The OU College Republicans naturally got pushback against their expression. Over at The College Fix, they were treated as oppressed victims in need of succor. The rhetoric is largely indistinguishable from that used by safe-spacers and the perpetually triggered to call for censorship: "they are under siege" "barrage of cyber harassment." And here's Parkhill again:

“Granted, I knew what I was getting into, but I didn’t think it would be that much hate,” he said. “We are basically a minority on this campus. Our opinion is so put down and so crushed, it’s almost like we don’t have a say.”

No it's not, you nauseating tremulous zygote.

The College Republicans point out, quite reasonably, that it's dishonest and ridiculous to say their reference to "trigger warnings" was a "threat," as some imbeciles have said. It's ridiculous to treat their message as some sort of dangerous assault on the delicate feels of their peers. It's preposterous to call for an investigation based on their message. But the OU College Republicans are relentlessly undermining that truth by adopting the very language of thin skins and weak minds that they're criticizing:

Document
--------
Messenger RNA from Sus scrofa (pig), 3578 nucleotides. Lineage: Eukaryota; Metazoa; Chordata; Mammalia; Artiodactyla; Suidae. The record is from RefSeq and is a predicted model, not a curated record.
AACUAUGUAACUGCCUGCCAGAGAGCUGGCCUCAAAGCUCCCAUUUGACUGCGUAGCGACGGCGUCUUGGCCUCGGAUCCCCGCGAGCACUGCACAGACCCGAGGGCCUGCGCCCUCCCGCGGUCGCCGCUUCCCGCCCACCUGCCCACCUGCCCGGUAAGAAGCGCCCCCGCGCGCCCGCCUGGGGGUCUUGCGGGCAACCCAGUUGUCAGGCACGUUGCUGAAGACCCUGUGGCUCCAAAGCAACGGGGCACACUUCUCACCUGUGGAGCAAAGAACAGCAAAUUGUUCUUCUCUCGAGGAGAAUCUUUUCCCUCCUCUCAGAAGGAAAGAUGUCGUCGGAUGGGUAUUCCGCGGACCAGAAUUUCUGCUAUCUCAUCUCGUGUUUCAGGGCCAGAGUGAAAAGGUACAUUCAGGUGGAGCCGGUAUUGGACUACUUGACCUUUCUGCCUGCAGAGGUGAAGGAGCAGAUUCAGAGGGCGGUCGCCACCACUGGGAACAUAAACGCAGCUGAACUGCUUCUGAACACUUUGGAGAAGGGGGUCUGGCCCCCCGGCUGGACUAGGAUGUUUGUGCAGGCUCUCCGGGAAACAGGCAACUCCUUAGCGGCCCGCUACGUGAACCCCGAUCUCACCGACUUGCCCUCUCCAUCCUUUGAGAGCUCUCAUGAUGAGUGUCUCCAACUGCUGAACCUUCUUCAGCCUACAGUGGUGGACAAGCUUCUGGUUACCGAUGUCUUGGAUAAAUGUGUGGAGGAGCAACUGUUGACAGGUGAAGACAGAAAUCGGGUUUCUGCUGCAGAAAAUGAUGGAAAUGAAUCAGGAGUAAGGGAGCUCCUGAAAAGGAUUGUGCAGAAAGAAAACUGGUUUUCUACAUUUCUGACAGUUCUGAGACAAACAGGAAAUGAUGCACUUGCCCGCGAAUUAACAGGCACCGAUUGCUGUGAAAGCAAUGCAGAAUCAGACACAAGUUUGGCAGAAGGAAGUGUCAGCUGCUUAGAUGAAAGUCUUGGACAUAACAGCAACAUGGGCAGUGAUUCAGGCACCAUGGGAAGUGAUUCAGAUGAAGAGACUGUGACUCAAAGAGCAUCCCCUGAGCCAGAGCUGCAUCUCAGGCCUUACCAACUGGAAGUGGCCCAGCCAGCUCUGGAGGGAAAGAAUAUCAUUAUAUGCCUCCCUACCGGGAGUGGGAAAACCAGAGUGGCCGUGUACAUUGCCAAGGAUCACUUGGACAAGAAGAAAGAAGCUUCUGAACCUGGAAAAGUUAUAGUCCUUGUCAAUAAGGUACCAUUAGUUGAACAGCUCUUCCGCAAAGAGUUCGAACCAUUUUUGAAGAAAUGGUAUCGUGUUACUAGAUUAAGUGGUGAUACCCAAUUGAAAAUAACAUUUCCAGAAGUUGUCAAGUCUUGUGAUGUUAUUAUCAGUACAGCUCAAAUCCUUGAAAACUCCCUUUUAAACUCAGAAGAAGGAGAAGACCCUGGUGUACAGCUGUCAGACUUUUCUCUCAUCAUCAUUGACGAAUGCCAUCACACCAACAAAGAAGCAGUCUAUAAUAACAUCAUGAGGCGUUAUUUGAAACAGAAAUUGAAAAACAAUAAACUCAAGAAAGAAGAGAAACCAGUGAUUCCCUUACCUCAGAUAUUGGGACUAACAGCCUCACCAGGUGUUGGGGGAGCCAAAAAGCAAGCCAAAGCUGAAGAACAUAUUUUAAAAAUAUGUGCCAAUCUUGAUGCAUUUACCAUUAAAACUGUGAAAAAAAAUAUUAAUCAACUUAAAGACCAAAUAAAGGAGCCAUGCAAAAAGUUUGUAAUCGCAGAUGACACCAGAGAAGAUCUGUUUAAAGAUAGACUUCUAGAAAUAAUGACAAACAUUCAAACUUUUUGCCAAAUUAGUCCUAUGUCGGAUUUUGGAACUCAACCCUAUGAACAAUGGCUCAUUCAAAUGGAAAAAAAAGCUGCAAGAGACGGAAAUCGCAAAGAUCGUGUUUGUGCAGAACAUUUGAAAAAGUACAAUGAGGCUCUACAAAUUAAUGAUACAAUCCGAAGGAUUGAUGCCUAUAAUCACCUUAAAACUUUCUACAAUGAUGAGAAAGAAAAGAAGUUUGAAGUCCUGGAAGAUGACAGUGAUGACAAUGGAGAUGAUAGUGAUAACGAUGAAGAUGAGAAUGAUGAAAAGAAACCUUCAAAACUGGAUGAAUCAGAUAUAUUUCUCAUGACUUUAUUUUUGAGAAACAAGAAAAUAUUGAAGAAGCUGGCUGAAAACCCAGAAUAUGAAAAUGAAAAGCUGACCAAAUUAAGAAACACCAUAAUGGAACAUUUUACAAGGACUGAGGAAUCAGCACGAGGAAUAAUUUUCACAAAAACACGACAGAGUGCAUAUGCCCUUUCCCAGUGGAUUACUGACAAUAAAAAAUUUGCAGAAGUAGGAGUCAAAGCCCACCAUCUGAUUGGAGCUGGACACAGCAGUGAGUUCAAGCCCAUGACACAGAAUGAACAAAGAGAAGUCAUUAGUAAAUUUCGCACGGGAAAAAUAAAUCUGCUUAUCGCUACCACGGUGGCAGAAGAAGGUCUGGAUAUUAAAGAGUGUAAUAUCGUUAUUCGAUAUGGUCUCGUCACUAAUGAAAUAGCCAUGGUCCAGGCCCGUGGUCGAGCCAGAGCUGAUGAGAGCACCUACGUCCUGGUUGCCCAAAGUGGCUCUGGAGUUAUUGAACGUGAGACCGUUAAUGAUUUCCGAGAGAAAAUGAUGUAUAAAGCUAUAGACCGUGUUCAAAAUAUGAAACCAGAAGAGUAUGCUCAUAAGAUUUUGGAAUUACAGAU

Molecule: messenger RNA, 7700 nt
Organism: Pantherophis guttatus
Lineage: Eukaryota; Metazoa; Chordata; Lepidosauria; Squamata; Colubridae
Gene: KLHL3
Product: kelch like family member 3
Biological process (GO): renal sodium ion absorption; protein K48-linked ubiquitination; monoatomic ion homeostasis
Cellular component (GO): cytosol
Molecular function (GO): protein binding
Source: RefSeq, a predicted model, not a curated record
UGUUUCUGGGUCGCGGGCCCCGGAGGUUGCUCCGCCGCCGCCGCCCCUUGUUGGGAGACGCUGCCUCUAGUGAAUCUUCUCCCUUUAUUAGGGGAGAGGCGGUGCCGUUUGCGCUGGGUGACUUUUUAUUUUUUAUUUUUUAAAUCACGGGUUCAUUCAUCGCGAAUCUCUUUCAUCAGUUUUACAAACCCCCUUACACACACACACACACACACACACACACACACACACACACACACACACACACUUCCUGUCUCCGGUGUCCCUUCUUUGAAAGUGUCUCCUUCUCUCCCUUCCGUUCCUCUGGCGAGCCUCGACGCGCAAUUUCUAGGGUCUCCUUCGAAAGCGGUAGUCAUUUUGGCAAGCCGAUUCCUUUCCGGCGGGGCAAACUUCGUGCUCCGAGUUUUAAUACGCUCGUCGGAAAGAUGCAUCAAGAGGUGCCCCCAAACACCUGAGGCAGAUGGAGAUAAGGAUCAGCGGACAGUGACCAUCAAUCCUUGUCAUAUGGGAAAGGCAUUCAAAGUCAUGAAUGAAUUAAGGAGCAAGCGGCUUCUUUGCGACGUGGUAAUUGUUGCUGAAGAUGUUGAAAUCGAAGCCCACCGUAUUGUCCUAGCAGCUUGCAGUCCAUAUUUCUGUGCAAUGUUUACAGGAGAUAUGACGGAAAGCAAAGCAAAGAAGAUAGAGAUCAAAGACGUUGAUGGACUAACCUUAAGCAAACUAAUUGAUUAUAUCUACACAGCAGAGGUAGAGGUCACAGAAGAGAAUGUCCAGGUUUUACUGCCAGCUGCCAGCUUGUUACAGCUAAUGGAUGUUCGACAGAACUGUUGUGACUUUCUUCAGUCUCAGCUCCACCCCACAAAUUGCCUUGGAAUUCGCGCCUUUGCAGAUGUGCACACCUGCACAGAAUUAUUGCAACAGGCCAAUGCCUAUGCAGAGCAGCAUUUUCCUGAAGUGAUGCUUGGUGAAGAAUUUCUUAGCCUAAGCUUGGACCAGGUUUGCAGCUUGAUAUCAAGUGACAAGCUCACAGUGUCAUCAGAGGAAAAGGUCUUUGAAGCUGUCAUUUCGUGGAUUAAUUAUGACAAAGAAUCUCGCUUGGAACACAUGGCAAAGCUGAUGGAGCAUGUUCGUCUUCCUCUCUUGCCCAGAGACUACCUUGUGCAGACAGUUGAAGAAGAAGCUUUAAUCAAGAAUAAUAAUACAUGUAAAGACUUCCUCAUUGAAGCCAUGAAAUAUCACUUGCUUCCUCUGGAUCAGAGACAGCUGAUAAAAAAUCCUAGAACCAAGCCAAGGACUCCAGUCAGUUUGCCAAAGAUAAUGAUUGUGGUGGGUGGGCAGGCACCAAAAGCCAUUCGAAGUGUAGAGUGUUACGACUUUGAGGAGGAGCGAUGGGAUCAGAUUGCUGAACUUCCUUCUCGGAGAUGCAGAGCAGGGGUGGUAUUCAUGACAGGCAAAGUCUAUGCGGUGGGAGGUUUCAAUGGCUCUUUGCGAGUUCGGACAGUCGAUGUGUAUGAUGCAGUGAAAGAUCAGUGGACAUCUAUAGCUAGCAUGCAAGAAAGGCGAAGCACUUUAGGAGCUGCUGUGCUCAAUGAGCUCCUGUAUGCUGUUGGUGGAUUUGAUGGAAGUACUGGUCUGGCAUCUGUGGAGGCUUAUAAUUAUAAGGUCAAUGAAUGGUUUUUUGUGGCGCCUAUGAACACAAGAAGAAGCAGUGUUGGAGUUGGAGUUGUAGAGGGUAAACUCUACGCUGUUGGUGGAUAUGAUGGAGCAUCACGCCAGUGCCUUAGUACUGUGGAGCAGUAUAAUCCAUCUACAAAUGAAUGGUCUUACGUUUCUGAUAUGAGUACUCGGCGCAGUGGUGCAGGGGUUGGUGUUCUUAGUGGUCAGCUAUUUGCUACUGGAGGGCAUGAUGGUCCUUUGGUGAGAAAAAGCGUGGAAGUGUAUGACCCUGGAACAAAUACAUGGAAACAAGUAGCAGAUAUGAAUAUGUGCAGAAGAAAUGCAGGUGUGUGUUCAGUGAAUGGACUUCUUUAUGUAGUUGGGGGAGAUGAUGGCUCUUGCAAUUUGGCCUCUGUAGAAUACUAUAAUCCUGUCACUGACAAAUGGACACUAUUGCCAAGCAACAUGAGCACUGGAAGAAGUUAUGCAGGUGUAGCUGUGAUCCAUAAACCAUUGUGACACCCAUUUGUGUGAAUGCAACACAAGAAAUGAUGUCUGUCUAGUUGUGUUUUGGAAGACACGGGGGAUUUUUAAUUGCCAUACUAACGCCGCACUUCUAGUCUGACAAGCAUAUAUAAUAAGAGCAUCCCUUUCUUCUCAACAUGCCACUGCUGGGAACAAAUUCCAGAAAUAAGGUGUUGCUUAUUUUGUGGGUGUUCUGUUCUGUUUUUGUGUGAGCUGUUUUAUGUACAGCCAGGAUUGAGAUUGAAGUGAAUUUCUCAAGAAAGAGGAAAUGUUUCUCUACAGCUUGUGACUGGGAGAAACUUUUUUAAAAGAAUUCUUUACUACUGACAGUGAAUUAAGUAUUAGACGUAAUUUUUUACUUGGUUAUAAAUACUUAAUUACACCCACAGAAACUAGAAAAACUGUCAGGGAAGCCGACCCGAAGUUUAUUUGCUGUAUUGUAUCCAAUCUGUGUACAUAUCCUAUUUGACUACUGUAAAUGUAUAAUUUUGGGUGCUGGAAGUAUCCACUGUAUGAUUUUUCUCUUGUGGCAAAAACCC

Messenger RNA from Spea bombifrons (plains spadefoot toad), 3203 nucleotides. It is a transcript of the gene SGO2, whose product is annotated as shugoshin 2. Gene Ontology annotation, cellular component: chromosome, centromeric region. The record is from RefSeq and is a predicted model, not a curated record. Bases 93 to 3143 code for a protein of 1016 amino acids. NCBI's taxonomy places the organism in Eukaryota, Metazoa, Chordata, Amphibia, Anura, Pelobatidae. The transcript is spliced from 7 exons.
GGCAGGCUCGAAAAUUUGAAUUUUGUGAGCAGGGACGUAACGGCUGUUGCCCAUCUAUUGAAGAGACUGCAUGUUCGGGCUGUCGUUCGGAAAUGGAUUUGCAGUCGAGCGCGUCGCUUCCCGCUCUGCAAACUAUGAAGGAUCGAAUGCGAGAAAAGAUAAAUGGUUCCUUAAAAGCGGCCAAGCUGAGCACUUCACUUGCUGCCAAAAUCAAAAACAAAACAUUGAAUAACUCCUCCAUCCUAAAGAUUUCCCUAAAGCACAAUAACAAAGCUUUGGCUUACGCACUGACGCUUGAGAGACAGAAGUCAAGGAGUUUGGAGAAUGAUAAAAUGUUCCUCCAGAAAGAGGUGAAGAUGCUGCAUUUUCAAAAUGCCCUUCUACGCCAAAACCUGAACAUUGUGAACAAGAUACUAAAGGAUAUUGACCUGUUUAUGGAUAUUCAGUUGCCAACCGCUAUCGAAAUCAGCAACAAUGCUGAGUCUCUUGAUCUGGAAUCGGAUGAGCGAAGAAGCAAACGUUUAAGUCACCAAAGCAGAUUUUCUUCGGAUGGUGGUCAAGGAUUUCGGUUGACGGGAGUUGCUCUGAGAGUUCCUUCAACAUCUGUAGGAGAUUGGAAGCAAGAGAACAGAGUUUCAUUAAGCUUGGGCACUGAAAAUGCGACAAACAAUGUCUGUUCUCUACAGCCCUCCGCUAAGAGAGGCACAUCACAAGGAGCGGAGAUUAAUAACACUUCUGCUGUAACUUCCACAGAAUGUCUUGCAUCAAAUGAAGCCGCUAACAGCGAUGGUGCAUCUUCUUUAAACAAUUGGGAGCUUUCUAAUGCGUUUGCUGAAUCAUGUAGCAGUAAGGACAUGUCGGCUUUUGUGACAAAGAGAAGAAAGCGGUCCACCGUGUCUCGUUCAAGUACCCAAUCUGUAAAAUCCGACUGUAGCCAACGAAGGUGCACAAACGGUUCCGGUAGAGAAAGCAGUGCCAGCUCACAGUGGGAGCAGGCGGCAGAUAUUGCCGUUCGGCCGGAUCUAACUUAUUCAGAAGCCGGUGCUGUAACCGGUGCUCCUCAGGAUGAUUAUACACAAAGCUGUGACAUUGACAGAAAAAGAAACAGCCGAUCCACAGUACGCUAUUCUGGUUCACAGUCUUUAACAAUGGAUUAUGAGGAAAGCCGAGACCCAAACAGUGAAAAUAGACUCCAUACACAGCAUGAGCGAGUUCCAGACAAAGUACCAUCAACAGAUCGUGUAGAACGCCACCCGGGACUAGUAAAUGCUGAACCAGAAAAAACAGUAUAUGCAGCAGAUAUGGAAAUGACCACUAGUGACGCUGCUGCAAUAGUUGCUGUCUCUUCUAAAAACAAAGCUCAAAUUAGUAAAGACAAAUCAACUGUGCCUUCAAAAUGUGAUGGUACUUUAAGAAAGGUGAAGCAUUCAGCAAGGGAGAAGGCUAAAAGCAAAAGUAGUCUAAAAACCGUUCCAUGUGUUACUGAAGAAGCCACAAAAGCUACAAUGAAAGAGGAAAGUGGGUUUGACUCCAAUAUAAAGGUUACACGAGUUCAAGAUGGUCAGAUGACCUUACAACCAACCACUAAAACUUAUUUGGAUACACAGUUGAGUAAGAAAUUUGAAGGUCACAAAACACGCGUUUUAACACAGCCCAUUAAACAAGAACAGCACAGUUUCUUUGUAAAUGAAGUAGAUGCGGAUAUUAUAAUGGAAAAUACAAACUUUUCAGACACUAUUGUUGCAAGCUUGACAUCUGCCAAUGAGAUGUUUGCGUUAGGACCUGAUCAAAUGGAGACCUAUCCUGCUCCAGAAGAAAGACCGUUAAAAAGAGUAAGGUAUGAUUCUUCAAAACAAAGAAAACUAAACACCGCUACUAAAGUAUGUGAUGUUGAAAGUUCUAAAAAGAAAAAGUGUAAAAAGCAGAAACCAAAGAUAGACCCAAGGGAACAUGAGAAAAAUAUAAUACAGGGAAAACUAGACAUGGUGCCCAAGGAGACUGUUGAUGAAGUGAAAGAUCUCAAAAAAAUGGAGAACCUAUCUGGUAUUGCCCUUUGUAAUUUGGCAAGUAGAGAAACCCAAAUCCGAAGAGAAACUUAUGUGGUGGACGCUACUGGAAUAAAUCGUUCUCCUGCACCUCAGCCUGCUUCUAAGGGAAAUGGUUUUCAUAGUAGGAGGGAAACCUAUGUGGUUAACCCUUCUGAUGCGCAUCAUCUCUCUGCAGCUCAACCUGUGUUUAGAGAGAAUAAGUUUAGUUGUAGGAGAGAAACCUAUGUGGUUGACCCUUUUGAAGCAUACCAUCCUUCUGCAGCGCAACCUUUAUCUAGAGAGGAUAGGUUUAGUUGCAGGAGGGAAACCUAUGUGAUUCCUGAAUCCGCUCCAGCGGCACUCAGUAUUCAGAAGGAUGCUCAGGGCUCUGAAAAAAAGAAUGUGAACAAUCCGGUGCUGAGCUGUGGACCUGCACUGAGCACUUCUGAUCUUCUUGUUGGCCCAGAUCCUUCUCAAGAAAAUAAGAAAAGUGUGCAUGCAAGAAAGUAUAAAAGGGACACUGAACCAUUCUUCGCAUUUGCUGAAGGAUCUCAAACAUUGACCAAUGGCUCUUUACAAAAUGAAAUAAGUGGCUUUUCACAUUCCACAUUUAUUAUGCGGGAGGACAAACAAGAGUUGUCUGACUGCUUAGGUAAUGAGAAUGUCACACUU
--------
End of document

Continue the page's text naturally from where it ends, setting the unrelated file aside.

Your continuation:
“We can’t have a viewpoint on our campus,” he said. “Conservative or even moderate views on campus is considered racist, is considered bigoted. … We are a lot of good people, we just believe in conservative, Republican values. … [But] it’s just unbelievable the amount of scorn we get.”

You have a right to call people weaklings if they demand safe spaces; they don't have a right not to be called that. They have a right to call you a racist; you don't have the right not to be called that. The marketplace of ideas may decide you're full of shit.

Now, can we make a plausible argument that students are too quick to cry "racist," too swift to use scorn instead of reason against conservative ideas? Can we say victim culture is out of control on college campuses? Absolutely. But can we make that point without adopting the rhetoric of the culture we're criticizing? Can we say "people would like to silence me but they won't succeed" instead of "I feel silenced," and "we have a right to express unpopular opinions" instead of "we feel our opinions aren't welcome"? Can we cut out the feels, please?

By indulging in the very rhetoric they are criticizing, the OU College Republicans and their ilk are not helping the fight for more open dialogue on campus. They're hurting it. They're buying into the underlying premises: you're silenced if you feel silenced. You have a right to be welcomed, not just to speak. You have a right not to be "put down" and ridiculed and condemned. By adopting the rhetoric of those premises they are promoting them. The result is that they've built up the culture of victimhood they're criticizing.

Look, guys: you need to cowboy up.